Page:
An article appeared today in The Chronicle of Higher Education with the title:
“Why Freud Still Haunts Us”
The piece, by Michael S. Roth, marks the 75 years since Freud’s death. It starts thus:
For those of us prone to commemorations, it is a rich season. The beginning of the Great War 100 years ago, 70 years since the Normandy invasion, and the 50th anniversary of several major events in the American struggle for civil rights. September 23 marks 75 years since the death of Sigmund Freud.
Should we care? In many respects, Freud seems to be from another world. We know so much more now. Psychotropic medications are big business and are prescribed to ever-growing numbers of the “worried well,” while psychoanalysis and psychodynamic psychotherapy are more of a rarity than ever.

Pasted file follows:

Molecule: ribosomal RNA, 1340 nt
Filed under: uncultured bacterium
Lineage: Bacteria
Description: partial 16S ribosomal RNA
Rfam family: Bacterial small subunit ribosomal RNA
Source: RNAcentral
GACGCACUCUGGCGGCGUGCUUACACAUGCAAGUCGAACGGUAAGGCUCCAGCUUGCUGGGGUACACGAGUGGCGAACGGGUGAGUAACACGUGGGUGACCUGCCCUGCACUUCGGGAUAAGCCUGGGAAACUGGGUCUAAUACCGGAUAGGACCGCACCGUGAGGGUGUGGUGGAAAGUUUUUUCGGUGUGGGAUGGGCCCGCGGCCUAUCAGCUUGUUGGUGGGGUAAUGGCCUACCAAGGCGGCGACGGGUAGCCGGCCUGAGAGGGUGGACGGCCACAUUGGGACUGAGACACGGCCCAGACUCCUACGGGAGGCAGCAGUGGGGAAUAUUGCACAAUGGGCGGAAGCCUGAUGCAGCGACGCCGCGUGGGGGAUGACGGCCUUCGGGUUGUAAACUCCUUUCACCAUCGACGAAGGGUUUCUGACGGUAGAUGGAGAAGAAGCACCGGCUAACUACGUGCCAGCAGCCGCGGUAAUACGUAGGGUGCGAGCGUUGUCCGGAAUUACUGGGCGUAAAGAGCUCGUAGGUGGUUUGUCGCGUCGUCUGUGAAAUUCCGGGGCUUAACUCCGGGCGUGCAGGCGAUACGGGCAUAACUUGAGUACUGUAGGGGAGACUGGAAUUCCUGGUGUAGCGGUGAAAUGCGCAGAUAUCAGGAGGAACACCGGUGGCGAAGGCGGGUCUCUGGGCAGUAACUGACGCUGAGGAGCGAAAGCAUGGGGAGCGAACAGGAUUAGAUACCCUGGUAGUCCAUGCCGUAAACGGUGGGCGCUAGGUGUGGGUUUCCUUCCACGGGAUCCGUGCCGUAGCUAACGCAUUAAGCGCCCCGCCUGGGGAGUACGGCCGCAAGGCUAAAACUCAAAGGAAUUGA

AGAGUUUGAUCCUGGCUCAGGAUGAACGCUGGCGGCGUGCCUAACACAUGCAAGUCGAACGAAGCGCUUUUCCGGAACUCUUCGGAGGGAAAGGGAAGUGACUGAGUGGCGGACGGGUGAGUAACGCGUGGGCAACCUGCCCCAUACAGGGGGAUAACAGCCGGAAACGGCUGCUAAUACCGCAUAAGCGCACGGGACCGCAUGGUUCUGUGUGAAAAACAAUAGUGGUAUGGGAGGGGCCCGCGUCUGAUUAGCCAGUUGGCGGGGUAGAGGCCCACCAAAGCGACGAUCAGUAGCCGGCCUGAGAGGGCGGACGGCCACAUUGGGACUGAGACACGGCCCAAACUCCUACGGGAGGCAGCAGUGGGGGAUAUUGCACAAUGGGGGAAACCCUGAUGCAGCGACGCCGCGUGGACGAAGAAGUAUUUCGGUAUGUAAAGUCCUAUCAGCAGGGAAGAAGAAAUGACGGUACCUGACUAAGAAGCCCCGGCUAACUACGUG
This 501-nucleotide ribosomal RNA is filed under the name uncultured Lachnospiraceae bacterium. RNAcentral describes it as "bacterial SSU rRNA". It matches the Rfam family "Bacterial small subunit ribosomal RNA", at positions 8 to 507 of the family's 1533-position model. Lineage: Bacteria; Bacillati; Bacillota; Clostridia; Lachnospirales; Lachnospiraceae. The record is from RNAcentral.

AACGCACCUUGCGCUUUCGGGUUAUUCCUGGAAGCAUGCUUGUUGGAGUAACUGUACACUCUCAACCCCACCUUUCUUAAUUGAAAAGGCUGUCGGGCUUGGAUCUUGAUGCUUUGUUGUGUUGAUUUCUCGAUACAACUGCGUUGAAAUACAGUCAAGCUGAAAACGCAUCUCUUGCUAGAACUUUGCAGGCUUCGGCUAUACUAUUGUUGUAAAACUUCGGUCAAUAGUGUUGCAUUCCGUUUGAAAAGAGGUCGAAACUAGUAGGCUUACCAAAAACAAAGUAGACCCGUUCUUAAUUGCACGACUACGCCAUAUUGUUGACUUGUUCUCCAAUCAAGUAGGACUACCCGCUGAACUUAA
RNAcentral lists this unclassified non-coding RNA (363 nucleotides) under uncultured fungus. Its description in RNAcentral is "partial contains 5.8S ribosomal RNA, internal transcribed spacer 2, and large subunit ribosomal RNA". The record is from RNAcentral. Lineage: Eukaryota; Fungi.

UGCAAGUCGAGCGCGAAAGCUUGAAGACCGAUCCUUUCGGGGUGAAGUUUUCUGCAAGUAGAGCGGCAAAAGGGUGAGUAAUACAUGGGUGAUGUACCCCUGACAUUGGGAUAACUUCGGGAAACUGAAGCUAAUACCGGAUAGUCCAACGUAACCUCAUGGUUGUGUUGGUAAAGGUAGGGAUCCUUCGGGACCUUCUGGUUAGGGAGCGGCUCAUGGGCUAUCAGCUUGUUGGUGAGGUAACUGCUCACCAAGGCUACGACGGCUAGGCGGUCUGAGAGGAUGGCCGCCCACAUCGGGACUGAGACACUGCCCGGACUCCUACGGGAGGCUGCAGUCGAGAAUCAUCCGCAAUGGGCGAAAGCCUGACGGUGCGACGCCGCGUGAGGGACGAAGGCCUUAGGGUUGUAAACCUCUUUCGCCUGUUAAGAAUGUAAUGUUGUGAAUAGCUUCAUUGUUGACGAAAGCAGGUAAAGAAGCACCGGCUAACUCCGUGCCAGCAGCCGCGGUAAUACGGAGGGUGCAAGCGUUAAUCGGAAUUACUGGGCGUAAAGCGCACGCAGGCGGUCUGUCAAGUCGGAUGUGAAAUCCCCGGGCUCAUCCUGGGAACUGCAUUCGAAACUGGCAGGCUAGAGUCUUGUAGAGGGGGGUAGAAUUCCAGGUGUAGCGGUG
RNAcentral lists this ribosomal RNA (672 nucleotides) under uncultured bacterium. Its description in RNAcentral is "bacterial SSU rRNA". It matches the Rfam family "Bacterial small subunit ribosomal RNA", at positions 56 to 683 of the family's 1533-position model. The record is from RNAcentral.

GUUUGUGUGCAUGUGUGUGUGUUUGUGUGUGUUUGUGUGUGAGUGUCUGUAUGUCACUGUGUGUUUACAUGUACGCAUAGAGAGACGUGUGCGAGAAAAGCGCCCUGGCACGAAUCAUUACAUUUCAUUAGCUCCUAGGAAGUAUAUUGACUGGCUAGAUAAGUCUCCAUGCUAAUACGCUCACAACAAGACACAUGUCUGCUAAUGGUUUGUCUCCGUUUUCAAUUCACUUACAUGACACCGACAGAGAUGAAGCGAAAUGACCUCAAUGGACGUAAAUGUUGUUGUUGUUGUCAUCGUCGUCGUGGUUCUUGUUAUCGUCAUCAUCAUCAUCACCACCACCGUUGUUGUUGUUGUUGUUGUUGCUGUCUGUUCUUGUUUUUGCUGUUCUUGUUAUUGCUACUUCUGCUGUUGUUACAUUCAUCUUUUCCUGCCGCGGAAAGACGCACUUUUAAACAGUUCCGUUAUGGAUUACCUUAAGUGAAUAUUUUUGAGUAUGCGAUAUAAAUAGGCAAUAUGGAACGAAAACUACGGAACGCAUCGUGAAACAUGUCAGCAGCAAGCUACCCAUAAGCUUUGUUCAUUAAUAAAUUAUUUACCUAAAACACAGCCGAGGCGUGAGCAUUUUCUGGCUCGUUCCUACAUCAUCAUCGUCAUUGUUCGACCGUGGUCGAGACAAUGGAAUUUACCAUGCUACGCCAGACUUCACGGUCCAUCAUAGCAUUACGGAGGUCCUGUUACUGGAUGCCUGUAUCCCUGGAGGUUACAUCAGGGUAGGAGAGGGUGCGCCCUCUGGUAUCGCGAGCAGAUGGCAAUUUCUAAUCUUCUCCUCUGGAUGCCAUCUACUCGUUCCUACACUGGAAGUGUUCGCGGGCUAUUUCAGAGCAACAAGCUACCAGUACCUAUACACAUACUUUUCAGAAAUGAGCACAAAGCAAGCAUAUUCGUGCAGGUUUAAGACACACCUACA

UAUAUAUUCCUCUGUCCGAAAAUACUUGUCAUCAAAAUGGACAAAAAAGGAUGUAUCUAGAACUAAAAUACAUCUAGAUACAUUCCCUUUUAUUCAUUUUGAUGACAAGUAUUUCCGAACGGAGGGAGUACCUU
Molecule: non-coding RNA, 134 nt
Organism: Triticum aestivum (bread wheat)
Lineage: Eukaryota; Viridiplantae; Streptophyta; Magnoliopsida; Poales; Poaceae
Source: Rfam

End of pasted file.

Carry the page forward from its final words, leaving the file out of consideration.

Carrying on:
And then there is all that embarrassing stuff about sex and penises, about inescapable aggression and guilt. And mothers. All of that is from another time, isn’t it?
After all, now we know that women are equal to men, even if we scratch our heads when trying to explain how patriarchy gets reproduced, generation after generation, despite our professed ethics. Now we know not only that sex must be deeply consensual but that it should be really healthy—so safe that it is, well, less than desirable.
Freud taught that we could never be sure about our own “consent,” let alone another’s (that’s why we’re turning to new laws to demand that only “yes” really means yes). He insisted that the sexual relation was the discord among fantasies and therefore rarely a terrain of great safety.
To read the full article, click here.